But why have the livelihoods of 1.2 million British citizens – that's more than the combined populations of Liverpool and Manchester – across the EU seemingly been left in the hands, albeit very capable ones, of volunteers?

And why have the top ministers in the British government and Prime Minister Theresa May refused to meet those representing the 1.2 million in the last two and a half years?

“Whilst I do believe that those we have met have a genuine desire to help us, they are hampered by the prime minister's desire to limit the rights and freedoms of EU citizens in the UK,” says Bremain in Spain's Sue Wilson.

Wilson says her campaign work has left a deep hole in her pocket.

“It has cost me thousands of pounds (I've stopped counting!) of my own money, which as a pensioner I can ill afford, and I'm working longer hours than I ever did during my career.”

Delia Dumaresq from the group British in Italy summed up the difficulties they faced.

“We are a committee of seven and for some of us, it is a full-time job. We do not have any funding, nor even the means to cover our travel costs which are increasingly onerous as we try to reach more and more British nationals resident here,” she said.

Would other EU countries such as France, which provides MPs for its overseas residents and has passed a law to protect the rights of those who return from the UK after Brexit, really have left so many of its citizens to fend for themselves like this?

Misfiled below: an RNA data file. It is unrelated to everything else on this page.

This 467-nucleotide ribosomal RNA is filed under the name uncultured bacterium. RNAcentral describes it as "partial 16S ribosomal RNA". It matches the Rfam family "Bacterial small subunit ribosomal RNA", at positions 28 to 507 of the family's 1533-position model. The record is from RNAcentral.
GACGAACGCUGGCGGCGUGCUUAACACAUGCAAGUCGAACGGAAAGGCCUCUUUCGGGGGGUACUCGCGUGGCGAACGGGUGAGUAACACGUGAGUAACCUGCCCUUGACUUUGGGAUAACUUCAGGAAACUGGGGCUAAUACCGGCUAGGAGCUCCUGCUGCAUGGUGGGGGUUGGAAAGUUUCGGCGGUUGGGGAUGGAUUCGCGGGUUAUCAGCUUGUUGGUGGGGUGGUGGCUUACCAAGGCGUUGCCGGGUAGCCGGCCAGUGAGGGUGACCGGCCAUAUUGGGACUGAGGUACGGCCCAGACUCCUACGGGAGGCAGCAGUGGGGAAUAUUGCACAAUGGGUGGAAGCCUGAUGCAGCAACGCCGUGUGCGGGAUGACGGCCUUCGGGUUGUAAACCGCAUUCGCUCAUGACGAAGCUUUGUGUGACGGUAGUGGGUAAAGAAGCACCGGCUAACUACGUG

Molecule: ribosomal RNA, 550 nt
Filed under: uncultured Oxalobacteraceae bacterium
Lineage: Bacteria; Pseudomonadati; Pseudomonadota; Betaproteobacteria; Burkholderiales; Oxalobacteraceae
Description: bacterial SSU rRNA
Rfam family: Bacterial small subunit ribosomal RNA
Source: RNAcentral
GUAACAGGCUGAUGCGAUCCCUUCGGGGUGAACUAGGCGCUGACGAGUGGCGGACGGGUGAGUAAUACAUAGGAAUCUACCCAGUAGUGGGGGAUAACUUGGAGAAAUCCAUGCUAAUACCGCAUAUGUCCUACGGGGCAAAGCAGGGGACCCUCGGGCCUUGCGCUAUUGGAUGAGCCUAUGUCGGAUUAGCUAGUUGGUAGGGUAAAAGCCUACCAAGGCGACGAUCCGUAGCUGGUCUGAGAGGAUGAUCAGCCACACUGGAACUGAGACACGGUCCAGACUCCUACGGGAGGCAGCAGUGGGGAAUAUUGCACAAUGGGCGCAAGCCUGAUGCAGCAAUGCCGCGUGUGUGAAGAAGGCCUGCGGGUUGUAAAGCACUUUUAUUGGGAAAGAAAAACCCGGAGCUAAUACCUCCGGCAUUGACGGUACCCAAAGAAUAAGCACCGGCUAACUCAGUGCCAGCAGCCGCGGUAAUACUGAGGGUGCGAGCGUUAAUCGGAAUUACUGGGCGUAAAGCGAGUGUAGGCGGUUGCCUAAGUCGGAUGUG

The British government hasn't been entirely idle, of course or at least its embassies haven't.

Embassy staff have met with these volunteer groups to hear their concerns about the real issues on the ground and they have passed them on in meetings with officials from interior ministries of EU governments.

Sometimes those messages are heard.

British embassies across the EU have also been holding “outreach” meetings in most countries, which have been attended by thousands of British citizens.

But despite a genuine desire to help on the part of officials, many of those who went to meetings in France report that their questions mostly go unanswered.

That's not necessarily the fault of the embassy staff or the ambassador, of course. Concrete information has been hard to come by over the last two years and often they have come under fire for being the Brexit messenger.